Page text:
Stream B: Rational and bounded rational, deterministic, logical and fuzzy-logical and search-based decision making processes that primarily focus on object and system properties.

8

Theories about the behaviour of elements that may be incorporated into designed objects, processes and systems

Stream A: Interpretive, post positivist, subjective, human constructed cognitive and affective theories: commonly defined in terms of the gross empirical characteristics of social arrangements and interactions and object properties.

Stream B: Scientific, engineering, positivist and ‘hard’ systems theories

9

The level at which humans’ descriptions of objects, processes and systems are coined, e.g. ‘a vacuum cleaner’, a ‘database’, ‘sitting’ at a ‘desk’, ‘hearing’ ‘noise’, and ‘watching’ ‘sunsets’.

Stream A: Labelling of human situations, relationships, factors acting on relationships, arrangements between humans and organisational types based mainly on scientific and social constructivist epistemologies.

Stream B: Scientifically-based labelling of objects, categories of objects and relationships between objects and classes of objects.

The above meta-theoretical sketch points to three characteristics of systems theory making:

1.       Systems theories presume and depend on theories of human cognition but these are rarely explicitly defined.

2.       There is little attention given to the internal human systems that provide the mechanisms that implement (and hence shape) cognition in individual humans. This lack of attention to theories at this level in the hierarchy suggests a systemic weakness of systems theory making – especially for Stream A theories.

3.       There is a lack of attention to systems that relate human affect, cognition, intentionality and agency. These issues form the systemic foundations for theories that involve management, incentive, motivation, judgement, choice, peer-pressure and other processes that depend on human feelings.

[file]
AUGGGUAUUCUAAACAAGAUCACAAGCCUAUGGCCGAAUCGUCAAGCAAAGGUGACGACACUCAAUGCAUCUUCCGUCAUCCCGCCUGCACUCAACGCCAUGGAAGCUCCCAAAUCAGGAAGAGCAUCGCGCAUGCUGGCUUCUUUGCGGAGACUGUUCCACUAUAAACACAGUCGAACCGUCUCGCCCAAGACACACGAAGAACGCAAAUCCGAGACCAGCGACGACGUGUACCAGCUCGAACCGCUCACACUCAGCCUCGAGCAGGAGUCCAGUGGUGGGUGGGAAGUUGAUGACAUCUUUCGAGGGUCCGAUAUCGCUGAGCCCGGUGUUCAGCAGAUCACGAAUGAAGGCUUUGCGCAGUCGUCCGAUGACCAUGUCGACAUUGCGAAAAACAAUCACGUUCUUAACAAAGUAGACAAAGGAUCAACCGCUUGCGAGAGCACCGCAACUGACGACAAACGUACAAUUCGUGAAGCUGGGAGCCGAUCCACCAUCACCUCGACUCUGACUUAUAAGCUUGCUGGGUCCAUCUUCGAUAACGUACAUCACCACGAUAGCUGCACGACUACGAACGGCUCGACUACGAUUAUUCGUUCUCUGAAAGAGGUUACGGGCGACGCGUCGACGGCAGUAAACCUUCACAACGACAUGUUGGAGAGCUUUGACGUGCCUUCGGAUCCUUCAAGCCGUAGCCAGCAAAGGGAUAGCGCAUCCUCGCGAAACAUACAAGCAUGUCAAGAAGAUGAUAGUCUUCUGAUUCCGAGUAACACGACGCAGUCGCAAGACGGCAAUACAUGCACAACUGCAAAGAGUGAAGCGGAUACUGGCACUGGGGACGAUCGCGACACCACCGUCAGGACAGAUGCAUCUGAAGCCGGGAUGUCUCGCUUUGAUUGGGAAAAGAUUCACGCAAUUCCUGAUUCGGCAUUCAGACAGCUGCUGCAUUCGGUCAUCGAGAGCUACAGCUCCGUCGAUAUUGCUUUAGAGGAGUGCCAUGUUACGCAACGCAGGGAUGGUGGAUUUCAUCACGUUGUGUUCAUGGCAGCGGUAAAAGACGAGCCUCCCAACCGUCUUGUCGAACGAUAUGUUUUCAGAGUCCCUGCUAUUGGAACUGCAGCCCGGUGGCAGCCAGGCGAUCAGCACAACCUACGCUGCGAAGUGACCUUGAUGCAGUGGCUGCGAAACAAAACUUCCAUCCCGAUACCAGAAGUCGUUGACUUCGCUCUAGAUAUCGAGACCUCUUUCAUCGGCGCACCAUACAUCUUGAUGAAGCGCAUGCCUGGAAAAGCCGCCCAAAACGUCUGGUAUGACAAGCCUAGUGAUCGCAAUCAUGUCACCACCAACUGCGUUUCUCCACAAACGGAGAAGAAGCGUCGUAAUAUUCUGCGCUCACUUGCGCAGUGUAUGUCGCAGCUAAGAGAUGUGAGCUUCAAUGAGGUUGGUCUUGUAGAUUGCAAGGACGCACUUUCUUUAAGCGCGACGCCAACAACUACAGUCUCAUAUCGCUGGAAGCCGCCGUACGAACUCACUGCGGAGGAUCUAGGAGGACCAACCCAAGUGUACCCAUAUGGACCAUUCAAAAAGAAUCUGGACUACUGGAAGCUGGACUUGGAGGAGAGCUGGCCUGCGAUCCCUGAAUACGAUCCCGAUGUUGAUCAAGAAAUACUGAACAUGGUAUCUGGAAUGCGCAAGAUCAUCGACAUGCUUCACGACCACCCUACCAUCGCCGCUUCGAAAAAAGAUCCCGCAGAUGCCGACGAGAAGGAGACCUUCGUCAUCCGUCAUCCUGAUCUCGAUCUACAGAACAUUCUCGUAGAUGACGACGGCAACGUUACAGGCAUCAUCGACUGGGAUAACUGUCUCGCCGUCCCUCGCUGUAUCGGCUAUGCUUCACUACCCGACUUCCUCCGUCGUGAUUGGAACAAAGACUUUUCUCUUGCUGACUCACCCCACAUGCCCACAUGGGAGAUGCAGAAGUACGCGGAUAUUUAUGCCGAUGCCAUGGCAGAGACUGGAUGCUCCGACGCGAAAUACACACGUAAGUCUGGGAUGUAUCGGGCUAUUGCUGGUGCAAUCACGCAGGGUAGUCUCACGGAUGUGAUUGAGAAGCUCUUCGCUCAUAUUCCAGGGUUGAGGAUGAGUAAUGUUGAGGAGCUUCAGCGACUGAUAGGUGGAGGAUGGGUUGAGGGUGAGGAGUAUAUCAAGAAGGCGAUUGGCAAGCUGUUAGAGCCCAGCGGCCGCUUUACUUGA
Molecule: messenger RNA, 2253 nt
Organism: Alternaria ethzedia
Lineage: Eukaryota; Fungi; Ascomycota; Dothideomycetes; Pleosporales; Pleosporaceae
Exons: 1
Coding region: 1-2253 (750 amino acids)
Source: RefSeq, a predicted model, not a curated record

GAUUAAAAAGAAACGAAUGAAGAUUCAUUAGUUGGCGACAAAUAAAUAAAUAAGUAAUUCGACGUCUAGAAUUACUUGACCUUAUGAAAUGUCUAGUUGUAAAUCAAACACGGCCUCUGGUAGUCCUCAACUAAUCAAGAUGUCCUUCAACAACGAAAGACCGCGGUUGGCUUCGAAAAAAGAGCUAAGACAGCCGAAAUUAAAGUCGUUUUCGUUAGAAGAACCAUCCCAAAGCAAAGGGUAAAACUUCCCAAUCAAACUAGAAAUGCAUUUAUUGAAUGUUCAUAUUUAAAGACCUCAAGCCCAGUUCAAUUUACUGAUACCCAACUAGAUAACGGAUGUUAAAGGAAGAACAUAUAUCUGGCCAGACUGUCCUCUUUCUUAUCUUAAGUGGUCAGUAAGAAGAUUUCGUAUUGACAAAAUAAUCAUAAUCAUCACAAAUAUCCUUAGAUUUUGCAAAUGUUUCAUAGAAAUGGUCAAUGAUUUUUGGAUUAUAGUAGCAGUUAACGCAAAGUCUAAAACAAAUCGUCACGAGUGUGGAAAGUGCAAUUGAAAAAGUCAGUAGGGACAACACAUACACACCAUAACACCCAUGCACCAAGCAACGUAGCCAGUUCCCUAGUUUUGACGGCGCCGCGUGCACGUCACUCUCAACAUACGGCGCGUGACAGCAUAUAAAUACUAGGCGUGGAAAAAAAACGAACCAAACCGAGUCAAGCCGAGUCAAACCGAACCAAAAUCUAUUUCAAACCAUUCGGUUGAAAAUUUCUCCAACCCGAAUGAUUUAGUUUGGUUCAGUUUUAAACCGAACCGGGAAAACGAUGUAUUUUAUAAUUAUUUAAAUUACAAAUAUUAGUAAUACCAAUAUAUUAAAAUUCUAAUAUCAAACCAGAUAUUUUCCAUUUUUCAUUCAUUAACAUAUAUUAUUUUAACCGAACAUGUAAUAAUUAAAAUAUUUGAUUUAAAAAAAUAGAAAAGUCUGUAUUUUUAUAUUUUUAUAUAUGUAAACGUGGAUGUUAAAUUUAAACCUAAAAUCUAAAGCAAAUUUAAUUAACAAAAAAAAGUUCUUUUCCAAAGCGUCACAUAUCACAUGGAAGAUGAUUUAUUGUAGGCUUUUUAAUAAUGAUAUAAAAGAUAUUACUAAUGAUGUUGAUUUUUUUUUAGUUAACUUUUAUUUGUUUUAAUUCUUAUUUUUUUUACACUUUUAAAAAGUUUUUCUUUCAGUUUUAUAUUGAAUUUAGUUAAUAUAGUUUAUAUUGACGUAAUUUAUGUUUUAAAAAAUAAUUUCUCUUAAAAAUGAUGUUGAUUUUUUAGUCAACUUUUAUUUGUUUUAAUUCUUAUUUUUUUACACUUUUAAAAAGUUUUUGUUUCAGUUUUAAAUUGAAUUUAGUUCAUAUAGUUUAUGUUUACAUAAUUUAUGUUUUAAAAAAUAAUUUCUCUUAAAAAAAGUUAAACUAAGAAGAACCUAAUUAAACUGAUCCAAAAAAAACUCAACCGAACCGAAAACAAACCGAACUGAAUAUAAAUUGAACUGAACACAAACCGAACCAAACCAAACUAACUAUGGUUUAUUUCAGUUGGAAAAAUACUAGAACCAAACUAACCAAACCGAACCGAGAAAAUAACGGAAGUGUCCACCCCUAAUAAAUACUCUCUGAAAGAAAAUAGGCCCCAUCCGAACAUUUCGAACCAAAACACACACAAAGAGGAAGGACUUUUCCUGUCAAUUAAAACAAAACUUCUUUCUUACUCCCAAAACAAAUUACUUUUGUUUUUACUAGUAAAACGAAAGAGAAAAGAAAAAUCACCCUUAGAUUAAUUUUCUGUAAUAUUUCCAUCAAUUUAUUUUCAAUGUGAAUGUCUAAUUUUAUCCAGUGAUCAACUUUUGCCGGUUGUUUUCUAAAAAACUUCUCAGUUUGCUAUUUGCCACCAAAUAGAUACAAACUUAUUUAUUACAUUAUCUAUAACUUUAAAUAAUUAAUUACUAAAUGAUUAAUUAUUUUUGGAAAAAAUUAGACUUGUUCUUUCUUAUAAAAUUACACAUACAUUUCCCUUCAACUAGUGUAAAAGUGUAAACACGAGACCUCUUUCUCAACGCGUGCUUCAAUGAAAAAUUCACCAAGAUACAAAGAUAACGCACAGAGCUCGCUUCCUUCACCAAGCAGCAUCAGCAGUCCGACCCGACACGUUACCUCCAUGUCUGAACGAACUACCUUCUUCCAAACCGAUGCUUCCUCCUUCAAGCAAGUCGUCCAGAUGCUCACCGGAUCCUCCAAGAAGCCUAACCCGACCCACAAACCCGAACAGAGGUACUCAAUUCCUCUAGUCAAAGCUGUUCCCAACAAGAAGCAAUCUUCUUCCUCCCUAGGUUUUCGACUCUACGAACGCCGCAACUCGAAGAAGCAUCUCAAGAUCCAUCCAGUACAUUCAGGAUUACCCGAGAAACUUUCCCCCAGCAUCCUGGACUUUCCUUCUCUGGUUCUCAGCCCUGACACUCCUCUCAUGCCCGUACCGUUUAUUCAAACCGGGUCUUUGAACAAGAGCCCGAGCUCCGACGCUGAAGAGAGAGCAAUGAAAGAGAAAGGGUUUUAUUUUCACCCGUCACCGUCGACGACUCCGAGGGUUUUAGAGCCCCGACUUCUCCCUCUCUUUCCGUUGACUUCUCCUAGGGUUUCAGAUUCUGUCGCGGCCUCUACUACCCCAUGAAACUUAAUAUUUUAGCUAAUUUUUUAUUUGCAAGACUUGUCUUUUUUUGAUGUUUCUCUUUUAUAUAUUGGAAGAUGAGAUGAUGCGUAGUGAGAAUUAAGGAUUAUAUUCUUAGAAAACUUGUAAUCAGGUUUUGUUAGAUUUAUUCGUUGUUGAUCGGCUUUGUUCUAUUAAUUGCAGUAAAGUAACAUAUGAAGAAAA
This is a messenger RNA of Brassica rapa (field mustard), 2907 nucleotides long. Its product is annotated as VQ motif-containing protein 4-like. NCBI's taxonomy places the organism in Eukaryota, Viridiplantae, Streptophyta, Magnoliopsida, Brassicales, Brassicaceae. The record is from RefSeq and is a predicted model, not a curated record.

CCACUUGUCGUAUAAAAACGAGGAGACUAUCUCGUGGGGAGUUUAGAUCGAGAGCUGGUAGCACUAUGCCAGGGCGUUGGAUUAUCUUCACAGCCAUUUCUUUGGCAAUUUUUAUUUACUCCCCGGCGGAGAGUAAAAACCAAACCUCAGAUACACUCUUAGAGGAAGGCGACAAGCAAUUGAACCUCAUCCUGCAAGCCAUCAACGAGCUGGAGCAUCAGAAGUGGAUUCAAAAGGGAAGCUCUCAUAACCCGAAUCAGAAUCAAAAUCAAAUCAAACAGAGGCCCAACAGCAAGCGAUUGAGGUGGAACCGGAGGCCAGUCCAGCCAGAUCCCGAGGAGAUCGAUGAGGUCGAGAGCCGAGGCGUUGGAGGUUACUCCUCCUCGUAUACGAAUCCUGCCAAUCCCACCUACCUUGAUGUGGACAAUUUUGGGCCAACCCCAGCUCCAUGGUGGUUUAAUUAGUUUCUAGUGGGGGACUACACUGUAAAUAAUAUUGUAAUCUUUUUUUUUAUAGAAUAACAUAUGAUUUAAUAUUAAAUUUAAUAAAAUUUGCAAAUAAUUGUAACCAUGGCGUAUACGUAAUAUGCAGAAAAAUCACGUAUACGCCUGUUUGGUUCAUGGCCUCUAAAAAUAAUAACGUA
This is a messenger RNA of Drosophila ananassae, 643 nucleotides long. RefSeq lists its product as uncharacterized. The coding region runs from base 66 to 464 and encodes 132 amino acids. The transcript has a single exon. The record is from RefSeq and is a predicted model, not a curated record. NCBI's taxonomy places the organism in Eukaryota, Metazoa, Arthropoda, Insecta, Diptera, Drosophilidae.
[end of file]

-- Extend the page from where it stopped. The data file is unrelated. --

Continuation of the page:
4.       The lack of theories in relation to individual human internal cognito-affective systems has resulted in distortions in other areas of systems theory to cover this omission.

Systems theories have adapted to circumscribe the lack of adequate theories in relation to human cognito-affective processes. This has occurred, for example, through the development of tacitly held models of individual human cognition implicitly defined by observations of humans en masse, or by tacitly defining human cognition in terms of properties of and relationships between objects, (e.g. defining thinking about a situation in terms of the logical relationships embedded in it). There is a spectrum at one end of which are rational, deterministic, and behavioural models of human cognition and action, and, at the other, interpretive theories that assume human understanding and associated cognitive processes and actions result from internal individual-specific constructed systems whose development has been strongly shaped by social factors. In both cases, these address human cognition issues in a second-hand manner, and at a significant distance.

New directions in systems theory

The above meta-theoretical analyses suggest that Systems would benefit from greater attention to human cognition. This is not straightforward, however, because theories of cognition are themselves undergoing radical revision. This is partly a consequence of the trend away from the mechanistic rationalist  theories that formed a cornerstone of early Artificial Intelligence and Cognitive Science theories (e.g. Newell and Simon, 1972, Newell, 1990) and towards the inclusion of affective processes (Picard, 1997). More significantly, radical changes are due to new findings from brain research that potentially render irrelevant and obsolete many theories of cognition inferred from human behaviour. This has ramifications for systems theories that implicitly or tacitly depend on such theories.